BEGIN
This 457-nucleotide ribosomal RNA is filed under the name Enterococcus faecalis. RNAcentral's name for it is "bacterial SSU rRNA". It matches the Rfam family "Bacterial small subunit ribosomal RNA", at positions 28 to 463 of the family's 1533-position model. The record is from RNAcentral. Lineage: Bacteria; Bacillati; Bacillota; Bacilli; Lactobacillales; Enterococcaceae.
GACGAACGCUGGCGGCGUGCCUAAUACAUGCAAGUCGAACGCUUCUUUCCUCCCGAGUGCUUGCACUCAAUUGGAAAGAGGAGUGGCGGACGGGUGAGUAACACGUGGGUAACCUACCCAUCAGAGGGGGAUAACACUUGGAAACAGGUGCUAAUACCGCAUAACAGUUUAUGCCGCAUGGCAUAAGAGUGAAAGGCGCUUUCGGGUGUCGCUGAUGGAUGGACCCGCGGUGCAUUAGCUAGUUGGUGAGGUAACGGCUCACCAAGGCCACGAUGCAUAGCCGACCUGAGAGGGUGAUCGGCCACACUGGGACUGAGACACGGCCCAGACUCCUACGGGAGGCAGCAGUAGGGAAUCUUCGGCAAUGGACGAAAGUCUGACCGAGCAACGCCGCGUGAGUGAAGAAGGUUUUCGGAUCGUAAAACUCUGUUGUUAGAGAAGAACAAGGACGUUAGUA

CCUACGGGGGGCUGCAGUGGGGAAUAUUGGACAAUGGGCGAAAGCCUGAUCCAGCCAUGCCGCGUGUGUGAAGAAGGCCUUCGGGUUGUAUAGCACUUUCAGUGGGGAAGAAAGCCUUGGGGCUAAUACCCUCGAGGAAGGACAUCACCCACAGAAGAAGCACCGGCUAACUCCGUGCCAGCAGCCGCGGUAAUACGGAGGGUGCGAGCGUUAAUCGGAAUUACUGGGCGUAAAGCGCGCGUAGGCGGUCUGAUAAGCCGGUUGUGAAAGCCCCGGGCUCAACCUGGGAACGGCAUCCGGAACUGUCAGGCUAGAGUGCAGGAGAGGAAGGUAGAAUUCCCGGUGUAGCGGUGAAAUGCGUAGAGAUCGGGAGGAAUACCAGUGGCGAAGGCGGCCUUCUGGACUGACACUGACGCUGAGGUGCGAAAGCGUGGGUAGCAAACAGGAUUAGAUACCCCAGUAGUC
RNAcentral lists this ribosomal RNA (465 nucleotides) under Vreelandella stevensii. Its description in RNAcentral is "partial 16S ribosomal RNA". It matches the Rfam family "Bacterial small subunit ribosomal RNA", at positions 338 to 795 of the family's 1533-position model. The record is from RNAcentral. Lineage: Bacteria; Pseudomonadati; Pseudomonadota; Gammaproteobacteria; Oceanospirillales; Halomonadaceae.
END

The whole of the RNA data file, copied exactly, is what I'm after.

This 457-nucleotide ribosomal RNA is filed under the name Enterococcus faecalis. RNAcentral's name for it is "bacterial SSU rRNA". It matches the Rfam family "Bacterial small subunit ribosomal RNA", at positions 28 to 463 of the family's 1533-position model. The record is from RNAcentral. Lineage: Bacteria; Bacillati; Bacillota; Bacilli; Lactobacillales; Enterococcaceae.
GACGAACGCUGGCGGCGUGCCUAAUACAUGCAAGUCGAACGCUUCUUUCCUCCCGAGUGCUUGCACUCAAUUGGAAAGAGGAGUGGCGGACGGGUGAGUAACACGUGGGUAACCUACCCAUCAGAGGGGGAUAACACUUGGAAACAGGUGCUAAUACCGCAUAACAGUUUAUGCCGCAUGGCAUAAGAGUGAAAGGCGCUUUCGGGUGUCGCUGAUGGAUGGACCCGCGGUGCAUUAGCUAGUUGGUGAGGUAACGGCUCACCAAGGCCACGAUGCAUAGCCGACCUGAGAGGGUGAUCGGCCACACUGGGACUGAGACACGGCCCAGACUCCUACGGGAGGCAGCAGUAGGGAAUCUUCGGCAAUGGACGAAAGUCUGACCGAGCAACGCCGCGUGAGUGAAGAAGGUUUUCGGAUCGUAAAACUCUGUUGUUAGAGAAGAACAAGGACGUUAGUA

CCUACGGGGGGCUGCAGUGGGGAAUAUUGGACAAUGGGCGAAAGCCUGAUCCAGCCAUGCCGCGUGUGUGAAGAAGGCCUUCGGGUUGUAUAGCACUUUCAGUGGGGAAGAAAGCCUUGGGGCUAAUACCCUCGAGGAAGGACAUCACCCACAGAAGAAGCACCGGCUAACUCCGUGCCAGCAGCCGCGGUAAUACGGAGGGUGCGAGCGUUAAUCGGAAUUACUGGGCGUAAAGCGCGCGUAGGCGGUCUGAUAAGCCGGUUGUGAAAGCCCCGGGCUCAACCUGGGAACGGCAUCCGGAACUGUCAGGCUAGAGUGCAGGAGAGGAAGGUAGAAUUCCCGGUGUAGCGGUGAAAUGCGUAGAGAUCGGGAGGAAUACCAGUGGCGAAGGCGGCCUUCUGGACUGACACUGACGCUGAGGUGCGAAAGCGUGGGUAGCAAACAGGAUUAGAUACCCCAGUAGUC
RNAcentral lists this ribosomal RNA (465 nucleotides) under Vreelandella stevensii. Its description in RNAcentral is "partial 16S ribosomal RNA". It matches the Rfam family "Bacterial small subunit ribosomal RNA", at positions 338 to 795 of the family's 1533-position model. The record is from RNAcentral. Lineage: Bacteria; Pseudomonadati; Pseudomonadota; Gammaproteobacteria; Oceanospirillales; Halomonadaceae.